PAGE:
HONOLULU (HawaiiNewsNow) - Pro-life pregnancy centers went to court Friday to try to overturn a new law that they argue requires them to publicly post abortion referrals.
During a hearing before U.S. District Judge Derrick Watson, attorneys for Calvary Chapel Pearl Harbor and the Aloha Pregnancy Care and Counseling Center argued that the law violates their right to free speech and religion because it forces them to post signs that interfere with their faith.
"It compels even non-medical pregnancy centers to recite what amounts to a government-scripted advertisement for abortion," said Kevin Connelly, Calvary's attorney. "It forces a church, Calvary Chapel Pearl Harbor, to post on its walls that same message which interferes with the faith, mission and governance of the church."
Connelly said the law also exposes his clients to lawsuits from third parties if the centers don't post those signs.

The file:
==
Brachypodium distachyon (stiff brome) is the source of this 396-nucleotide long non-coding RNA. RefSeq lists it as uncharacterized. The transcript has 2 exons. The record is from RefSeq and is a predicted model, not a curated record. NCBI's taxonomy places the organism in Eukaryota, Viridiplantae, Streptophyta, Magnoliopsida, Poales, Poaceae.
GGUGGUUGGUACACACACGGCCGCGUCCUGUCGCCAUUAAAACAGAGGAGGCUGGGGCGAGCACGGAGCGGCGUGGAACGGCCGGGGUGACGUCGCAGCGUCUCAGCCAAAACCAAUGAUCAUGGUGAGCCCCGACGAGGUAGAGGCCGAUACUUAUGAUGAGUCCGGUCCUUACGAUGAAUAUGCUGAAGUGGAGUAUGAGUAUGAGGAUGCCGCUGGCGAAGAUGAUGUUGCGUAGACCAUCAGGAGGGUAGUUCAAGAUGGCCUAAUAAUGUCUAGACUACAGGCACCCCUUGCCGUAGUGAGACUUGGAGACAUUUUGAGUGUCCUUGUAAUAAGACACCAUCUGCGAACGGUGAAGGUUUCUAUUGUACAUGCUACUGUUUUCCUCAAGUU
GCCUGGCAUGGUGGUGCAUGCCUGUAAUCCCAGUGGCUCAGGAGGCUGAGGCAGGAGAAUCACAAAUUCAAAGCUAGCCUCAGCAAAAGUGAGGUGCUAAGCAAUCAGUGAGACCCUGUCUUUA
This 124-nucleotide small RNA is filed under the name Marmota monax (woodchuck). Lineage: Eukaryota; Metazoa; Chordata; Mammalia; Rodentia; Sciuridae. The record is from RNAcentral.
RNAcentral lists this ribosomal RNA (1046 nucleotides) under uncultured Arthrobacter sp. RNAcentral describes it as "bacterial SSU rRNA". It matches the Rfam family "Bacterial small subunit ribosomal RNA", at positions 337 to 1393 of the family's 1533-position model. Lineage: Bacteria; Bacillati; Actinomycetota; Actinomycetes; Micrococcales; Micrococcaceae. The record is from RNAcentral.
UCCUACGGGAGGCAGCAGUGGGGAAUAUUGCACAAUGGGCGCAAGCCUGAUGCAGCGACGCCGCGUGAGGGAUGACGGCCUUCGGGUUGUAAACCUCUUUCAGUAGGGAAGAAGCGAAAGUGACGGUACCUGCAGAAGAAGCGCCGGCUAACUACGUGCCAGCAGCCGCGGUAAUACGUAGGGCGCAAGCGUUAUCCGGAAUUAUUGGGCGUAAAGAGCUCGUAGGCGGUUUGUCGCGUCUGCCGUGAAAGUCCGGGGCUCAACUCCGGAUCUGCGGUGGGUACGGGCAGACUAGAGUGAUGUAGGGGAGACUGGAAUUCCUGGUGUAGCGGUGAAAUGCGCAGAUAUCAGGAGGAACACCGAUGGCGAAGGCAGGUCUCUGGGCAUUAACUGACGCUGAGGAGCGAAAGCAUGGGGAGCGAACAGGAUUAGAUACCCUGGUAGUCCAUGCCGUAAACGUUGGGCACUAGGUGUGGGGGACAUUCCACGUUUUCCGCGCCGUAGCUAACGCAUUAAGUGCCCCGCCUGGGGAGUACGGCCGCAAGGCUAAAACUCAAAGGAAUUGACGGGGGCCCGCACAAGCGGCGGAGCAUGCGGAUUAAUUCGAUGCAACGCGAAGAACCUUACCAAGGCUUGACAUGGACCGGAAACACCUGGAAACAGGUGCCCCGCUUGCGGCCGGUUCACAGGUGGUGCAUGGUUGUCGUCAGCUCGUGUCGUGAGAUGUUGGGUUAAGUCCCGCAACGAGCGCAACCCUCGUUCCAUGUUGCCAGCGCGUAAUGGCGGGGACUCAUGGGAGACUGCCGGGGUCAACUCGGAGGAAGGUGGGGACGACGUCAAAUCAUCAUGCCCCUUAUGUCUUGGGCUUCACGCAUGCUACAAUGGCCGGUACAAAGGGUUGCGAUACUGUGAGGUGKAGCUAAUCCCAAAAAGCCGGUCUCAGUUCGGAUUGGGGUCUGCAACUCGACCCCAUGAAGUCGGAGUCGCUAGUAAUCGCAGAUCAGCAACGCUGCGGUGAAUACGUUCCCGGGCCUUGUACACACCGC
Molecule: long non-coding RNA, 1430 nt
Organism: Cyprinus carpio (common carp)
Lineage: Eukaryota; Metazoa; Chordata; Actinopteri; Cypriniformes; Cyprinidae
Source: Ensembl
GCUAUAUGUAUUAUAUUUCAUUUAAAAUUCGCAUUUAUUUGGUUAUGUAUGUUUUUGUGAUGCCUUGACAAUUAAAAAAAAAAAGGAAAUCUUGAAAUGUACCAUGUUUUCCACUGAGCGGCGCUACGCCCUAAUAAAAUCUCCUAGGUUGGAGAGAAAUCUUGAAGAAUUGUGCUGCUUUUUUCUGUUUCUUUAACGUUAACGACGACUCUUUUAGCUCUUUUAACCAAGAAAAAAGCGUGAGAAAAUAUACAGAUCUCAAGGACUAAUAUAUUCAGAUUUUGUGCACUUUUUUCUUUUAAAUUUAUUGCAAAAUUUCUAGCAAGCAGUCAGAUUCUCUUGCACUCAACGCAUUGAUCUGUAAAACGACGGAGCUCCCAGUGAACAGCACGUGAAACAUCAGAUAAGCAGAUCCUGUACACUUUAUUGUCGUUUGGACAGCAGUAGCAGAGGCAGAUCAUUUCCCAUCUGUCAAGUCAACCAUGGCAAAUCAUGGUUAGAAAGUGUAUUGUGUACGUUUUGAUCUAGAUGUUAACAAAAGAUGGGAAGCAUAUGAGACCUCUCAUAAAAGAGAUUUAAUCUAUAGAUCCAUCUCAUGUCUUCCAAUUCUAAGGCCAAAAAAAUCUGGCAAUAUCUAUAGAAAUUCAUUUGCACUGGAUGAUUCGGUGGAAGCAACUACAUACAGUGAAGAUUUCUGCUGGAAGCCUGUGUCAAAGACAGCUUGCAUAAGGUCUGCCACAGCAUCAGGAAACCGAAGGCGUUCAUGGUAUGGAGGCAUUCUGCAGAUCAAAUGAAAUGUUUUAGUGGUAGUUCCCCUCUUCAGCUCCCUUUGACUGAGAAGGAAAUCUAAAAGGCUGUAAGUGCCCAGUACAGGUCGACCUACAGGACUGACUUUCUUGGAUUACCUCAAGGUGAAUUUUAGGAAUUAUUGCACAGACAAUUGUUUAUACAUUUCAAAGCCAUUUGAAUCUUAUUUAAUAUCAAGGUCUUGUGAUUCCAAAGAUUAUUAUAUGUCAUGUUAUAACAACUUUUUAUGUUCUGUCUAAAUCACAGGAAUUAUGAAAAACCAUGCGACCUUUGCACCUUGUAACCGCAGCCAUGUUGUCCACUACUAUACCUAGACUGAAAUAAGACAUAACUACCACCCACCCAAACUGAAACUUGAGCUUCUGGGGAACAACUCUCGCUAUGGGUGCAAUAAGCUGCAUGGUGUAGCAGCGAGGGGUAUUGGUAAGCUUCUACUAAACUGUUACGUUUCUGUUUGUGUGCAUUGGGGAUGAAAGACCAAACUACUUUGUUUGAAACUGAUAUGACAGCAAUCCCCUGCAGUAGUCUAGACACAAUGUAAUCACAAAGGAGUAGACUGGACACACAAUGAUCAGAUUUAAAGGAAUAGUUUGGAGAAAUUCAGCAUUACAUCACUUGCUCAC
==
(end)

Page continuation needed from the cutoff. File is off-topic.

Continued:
"That threatens to extinguish the pro-life centers altogether," he said. "That's money that goes from poor and needy women to lawsuits."
But the state argued that the law does not violate anyone's constitutional rights. It's about making sure women are safe.
"It's actually ... to make sure that women who are at these centers that provide limited services are aware that there are greater services available to them and that those services can be free or at low cost," said Deputy Attorney General Deidre Marie-Iha.
"There are thousands of women who need these kinds of services and are yet unaware."
Under the new law, limited-service pregnancy centers must display the following written statement in clear viewing areas:
"Hawaii has public programs that provide immediate free or low-cost access to comprehensive family planning services, including, but not limited to, all FDA-approved methods of contraception and pregnancy-related services for eligible women.
To apply online for medical insurance coverage, that will cover the full range of family planning and prenatal services, go to mybenefits.hawaii.gov.
Only ultrasounds performed by qualified healthcare professionals and read by licensed clinicians should be considered medically accurate."
Watson did not issue a ruling, but will likely do so in the next few weeks.